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Further results on the asymptotic stability of Riemann–Liouville fractional neutral systems with variable delays

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Abstract

In this paper, the investigation of the asymptotic stability of Riemann–Liouville fractional neutral systems with variable delays has been presented. The advantage of the Lyapunov functional was used to achieve the desired results. The stability criteria obtained for zero solution of the system were formulated as linear matrix inequalities (LMIs) which can be easily solved. The advantage of the considered method is that the integer-order derivatives of the Lyapunov functionals can be directly calculated. Finally, three numerical examples have been evaluated to illustrate that the proposed method is flexible and efficient in terms of computation and to demonstrate the feasibility of established assumptions by MATLAB-Simulink.

Introduction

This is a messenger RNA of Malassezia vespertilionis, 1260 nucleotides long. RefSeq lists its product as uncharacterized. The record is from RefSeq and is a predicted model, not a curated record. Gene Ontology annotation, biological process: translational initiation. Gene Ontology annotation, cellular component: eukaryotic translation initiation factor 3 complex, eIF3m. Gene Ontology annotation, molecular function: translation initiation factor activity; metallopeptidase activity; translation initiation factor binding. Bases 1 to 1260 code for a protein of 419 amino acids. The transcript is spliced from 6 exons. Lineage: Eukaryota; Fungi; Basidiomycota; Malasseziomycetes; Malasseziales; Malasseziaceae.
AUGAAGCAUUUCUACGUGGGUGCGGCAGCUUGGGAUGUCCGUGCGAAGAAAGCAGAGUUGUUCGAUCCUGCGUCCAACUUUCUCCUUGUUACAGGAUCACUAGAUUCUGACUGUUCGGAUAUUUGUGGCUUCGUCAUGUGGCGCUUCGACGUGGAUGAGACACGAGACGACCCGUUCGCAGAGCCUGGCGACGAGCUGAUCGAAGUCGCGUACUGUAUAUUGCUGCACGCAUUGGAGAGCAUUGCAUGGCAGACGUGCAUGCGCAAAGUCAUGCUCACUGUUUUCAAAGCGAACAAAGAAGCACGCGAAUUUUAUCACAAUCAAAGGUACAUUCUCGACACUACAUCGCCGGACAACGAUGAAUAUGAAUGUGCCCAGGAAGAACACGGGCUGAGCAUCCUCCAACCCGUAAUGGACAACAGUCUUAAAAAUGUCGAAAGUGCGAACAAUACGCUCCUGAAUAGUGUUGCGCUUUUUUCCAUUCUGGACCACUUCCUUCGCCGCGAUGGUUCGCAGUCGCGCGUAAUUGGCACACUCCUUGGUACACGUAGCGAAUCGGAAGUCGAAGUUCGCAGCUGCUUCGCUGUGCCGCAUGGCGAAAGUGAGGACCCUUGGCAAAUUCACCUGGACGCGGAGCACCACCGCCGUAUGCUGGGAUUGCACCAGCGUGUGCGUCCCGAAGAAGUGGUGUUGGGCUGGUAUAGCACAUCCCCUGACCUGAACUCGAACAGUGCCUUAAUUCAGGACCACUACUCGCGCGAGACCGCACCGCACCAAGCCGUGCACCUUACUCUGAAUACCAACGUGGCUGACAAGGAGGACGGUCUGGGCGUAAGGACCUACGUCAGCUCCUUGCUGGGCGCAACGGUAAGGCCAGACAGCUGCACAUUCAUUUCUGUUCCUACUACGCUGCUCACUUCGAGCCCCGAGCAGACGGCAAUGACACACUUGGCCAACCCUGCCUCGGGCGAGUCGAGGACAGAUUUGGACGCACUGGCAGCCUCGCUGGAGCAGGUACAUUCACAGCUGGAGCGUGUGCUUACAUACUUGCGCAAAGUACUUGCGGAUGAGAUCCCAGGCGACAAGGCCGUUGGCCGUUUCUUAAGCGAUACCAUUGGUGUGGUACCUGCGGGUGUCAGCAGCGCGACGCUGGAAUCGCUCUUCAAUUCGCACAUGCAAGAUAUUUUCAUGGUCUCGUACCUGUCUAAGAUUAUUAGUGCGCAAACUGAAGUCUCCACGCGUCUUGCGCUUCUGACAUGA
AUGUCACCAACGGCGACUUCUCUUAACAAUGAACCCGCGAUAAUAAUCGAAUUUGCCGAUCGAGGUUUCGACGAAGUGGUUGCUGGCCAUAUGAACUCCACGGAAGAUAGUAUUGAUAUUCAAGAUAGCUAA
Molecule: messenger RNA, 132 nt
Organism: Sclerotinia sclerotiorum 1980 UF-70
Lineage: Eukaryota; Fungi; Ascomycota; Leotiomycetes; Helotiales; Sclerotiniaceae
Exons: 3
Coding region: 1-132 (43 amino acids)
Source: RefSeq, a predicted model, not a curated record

Fractional calculus and fractional differential systems have been of considerable interest for the past few decades. It has been proved that fractional-order calculus is more adequate and general to describe real world problems than the integer calculus. Therefore, not only mathematicians have currently had a robust interest in the fractional calculus. At the same time, it is seen that fractional systems without or with time-varying delays often occur in many scientific areas such as engineering techniques fields, physics, polymer rheology, regular variation in thermodynamics, biophysics, blood flow phenomena, capacitor theory, electrical circuits, signal processing, biology, control theory, etc. (see [1,2,3,4,5,6,7,8,9,10,11,12,13,14,15,16,17,18,19,20,21,22,23,24,25,26,27,28] and the references therein). There are some studies in the literature including recent developments in the field of the fractional calculus as well as its applications such as the model of spring pendulum in fractional sense [2, 4, 11].